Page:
While panic, fear and alarm are natural outcomes during terror attacks of the type India experienced in Mumbai recently, it amazes me that many armchair critics, usually paraded as “terror experts”, also experience paralysis of thought resulting in wild speculation.
The article by Paul Moorcraft “Joining the dots of blood in Pakistan’s badlands” [Business Day, November 28] is a perfect specimen of this. It not only indulges in irresponsible guessing, it also seeks to spread paranoia. And against whom is his mistrust directed towards? You don’t have to guess: Muslims and Islam!
Totally devoid of any substantial context and dispensing with the need to provide factual evidence, Moorcraft, in his own words does admit that his “speculation may be wrong”. This admission is spliced into his final paragraph after having devoted his entire text to conjecture and finger pointing.
Moorcraft’s illusory piece is replete with imaginary villains which stereotype Muslims as the “other”. He says for instance that “they” are “targeting Indian self-esteem and morale” and that the attacks by the “usual suspects” are “calculated to drive away tourists, investors and, this week, touring cricket teams.”
The wise professor Moorcraft, who is the director of the Centre for Foreign Policy Analysis in London, has spoken. Typically arrogant, insolent and intensely provocative! Not only does he profess to know “who” the perpetrators were, he also claims to know “why” these attacks occurred. He goes on to assert that the assault was “strategically planned to show that India’s governing coalition is weak and is failing to control terrorism.”
His defective and partial analysis ignores a raging debate within India about the role of the Bharatiya Janata Party, or BJP. Somini Sengupta of the International Herald Tribune revealed a number of interesting details, which point to the probability of inter-Hindu rivalry over control of India. One is that at midmorning on Friday [28 November], as Indian troops were combing through the devastated Oberoi Hotel, an unexpected guest appeared on the sidewalk: Narendra Modi, a Hindu nationalist from the opposition BJP, whom Sengupta describes as “arguably India’s most incendiary politician”.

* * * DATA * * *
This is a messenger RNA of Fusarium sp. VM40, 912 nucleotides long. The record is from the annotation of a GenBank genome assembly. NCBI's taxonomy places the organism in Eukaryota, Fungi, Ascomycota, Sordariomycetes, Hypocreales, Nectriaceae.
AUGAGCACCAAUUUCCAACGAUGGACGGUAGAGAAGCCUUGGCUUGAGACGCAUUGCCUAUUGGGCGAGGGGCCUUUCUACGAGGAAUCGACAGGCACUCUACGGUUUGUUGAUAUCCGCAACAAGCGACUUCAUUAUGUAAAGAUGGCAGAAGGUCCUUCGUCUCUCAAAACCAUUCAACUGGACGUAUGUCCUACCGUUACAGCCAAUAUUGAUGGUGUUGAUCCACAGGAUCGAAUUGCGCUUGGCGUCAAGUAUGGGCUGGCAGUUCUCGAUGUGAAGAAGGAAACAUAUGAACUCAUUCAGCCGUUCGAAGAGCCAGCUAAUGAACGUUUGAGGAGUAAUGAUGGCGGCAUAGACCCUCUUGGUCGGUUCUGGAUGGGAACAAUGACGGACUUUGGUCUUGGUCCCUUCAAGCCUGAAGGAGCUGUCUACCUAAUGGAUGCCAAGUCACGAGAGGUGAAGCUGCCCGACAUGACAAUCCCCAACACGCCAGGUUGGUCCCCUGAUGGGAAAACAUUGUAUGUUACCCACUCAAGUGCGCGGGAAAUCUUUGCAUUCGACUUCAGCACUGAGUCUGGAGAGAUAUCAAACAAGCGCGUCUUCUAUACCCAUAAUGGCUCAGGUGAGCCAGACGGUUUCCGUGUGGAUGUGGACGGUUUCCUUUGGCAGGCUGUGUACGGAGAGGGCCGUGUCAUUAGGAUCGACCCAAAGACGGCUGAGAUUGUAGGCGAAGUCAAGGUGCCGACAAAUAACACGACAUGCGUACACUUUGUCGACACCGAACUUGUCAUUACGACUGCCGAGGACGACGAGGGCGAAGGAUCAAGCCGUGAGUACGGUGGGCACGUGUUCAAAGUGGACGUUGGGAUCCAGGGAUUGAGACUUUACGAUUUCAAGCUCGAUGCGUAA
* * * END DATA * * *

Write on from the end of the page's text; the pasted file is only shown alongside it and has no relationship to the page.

The other damning snippet is that on the same day, front-page advertisements appeared in several newspapers in Delhi showing blood splattered against a black background and the slogan “Brutal Terror Strikes at Will” in bold capital letters. The ads, according to Sengupta, signed off with a simple message: “Fight Terror. Vote BJP.”
The third and perhaps most significant in the context of Mumbai’s tragedy is that Manmohan Singh’s government had hit back at the BJP with evidence that its supporters had been implicated in terrorist attacks. Indeed, as Sengupta points out, the head of the police anti-terrorism unit, Hemant Karkare, killed in the Mumbai strikes, had been in the midst of a high-profile investigation of a suspected Hindu terrorist cell.
It is futile for Moorcraft to influence public opinion against “likely culprits” caricatured as “Mujahideen” when the reality is that India’s tense domestic politics is fuelled by factors flowing from an alliance between Israel and the BJP. It is not surprising therefore to read the views of another prominent Indian commentator Amaresh Misra who believes that Mossad is directly implicated in the Mumbai attack. He argues that “snapping all relations with Israel” will pay India’s debt of gratitude to the bravery of Karkare.
Moorcraft type Islamophobic reports on Mumbai’s tragic events are unfortunately rampant and rife. News agencies such as Reuters, AFP, Sapa and others have displayed gross insensitivities towards Muslim consumers by irresponsibly transmitting speculative reports wherein an abundance of space is provided to anti-Muslim bashers exploiting the inhumanity of a highly co-ordinated and sophisticated attack.
Despite bearing the hallmarks of military precision and the unexplained failure by Indian intelligence to intercept the operation, it is astonishing that South African media would allow the proliferation of stereotypical reports.